The comments appear to have let the Chinese off the hook, something U.S. intelligence officials have not been willing to do.

Director of National Intelligence James R. Clapper told Congress in February that it was too soon to tell if the Chinese have scaled back cyberattacks such as the theft of more than 22 million federal employee records from the Office of Personnel Management.

“I think the jury’s still out,” Mr. Clapper said, despite the September agreement between President Obama and Chinese President Xi Jinping.

A month later, Adm. Mike Rogers, commander of the U.S. Cyber Command and director of the National Security Agency, went further.

Despite the no-cyberspying pledge from September, “cyber operations from China are still targeting and exploiting U.S. government, defense industry, academic and private computer networks,” Adm. Rogers told the House Armed Services subcommittee Wednesday.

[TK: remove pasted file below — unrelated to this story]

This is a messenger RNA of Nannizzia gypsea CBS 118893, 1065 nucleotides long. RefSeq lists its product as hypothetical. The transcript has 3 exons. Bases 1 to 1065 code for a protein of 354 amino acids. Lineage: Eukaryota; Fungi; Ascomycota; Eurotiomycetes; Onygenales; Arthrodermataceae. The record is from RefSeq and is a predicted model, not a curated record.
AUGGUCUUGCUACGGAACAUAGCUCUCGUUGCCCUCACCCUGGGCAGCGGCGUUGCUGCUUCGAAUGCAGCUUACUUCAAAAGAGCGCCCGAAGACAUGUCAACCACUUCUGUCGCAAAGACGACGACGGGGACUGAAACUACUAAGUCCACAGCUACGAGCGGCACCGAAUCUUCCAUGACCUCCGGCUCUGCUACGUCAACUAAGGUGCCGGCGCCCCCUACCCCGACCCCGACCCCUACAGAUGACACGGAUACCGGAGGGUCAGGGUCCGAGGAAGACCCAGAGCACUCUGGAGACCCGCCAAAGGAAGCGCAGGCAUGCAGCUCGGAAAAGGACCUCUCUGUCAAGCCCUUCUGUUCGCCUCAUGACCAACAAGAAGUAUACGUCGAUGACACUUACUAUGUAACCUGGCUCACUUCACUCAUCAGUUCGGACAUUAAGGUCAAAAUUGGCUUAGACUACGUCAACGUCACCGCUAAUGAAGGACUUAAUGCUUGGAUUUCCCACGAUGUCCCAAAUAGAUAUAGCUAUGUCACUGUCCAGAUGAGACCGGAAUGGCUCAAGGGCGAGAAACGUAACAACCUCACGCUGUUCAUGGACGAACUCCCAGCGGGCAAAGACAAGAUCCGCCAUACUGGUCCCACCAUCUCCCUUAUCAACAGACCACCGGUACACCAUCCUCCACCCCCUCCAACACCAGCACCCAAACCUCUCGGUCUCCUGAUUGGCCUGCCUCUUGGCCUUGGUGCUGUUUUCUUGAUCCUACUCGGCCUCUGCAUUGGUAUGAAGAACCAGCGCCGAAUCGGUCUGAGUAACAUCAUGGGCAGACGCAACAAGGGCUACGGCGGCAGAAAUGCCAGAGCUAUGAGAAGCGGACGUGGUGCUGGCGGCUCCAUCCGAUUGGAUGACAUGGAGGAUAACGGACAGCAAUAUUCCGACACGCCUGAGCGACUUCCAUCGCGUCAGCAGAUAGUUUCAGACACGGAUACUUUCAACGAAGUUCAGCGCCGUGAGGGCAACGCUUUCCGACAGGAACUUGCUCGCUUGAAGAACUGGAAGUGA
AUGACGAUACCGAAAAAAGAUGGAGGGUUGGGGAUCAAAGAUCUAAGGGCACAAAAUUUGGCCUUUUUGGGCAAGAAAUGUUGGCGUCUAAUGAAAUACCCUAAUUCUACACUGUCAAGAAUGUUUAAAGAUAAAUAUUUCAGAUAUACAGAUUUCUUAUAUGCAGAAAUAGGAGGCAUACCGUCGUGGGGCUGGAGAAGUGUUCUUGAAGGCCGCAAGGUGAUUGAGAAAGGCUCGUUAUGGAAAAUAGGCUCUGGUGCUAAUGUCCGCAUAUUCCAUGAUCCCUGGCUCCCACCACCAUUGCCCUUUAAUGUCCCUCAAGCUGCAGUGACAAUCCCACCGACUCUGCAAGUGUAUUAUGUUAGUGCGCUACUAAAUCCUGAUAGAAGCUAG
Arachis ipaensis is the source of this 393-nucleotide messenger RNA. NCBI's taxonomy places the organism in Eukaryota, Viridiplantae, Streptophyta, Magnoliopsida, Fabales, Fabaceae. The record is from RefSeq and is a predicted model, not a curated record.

Mr. Carter acknowledged last week that stopping cyberattacks against defense networks is difficult.

“We’ve got to be good at defending our networks, but you can’t count on anybody not to try to exploit networks as a way of creating vulnerability for you,” he said. “Now that’s most important in our networks in the Defense Department, the networks that you depend on here. They’re the ones we most need to defend, and we’re making huge investments in that, both dollars and really good people, talented people.”

The Pentagon also is working to help society at large defend against cyberattacks.

“Some of this is just from pranks,” Mr. Carter said. “Some of it is from companies trying to steal their secrets, and some of it is by people who want to do damage, including governments that want to have the ability to do damage.”

However, Mr. Carter warned: “Wherever it comes from, we’ve got to be able to defend ourselves in the first instance, and then, people ought to know that if you attack us — I don’t care how you attack us, cyber or whatever, an attack is an attack — we’re going to respond. Not necessarily in cyber, but we’ll respond in the way we choose. But you’ll be sorry you did it.”

  • Contact Bill Gertz on Twitter via @BillGertz.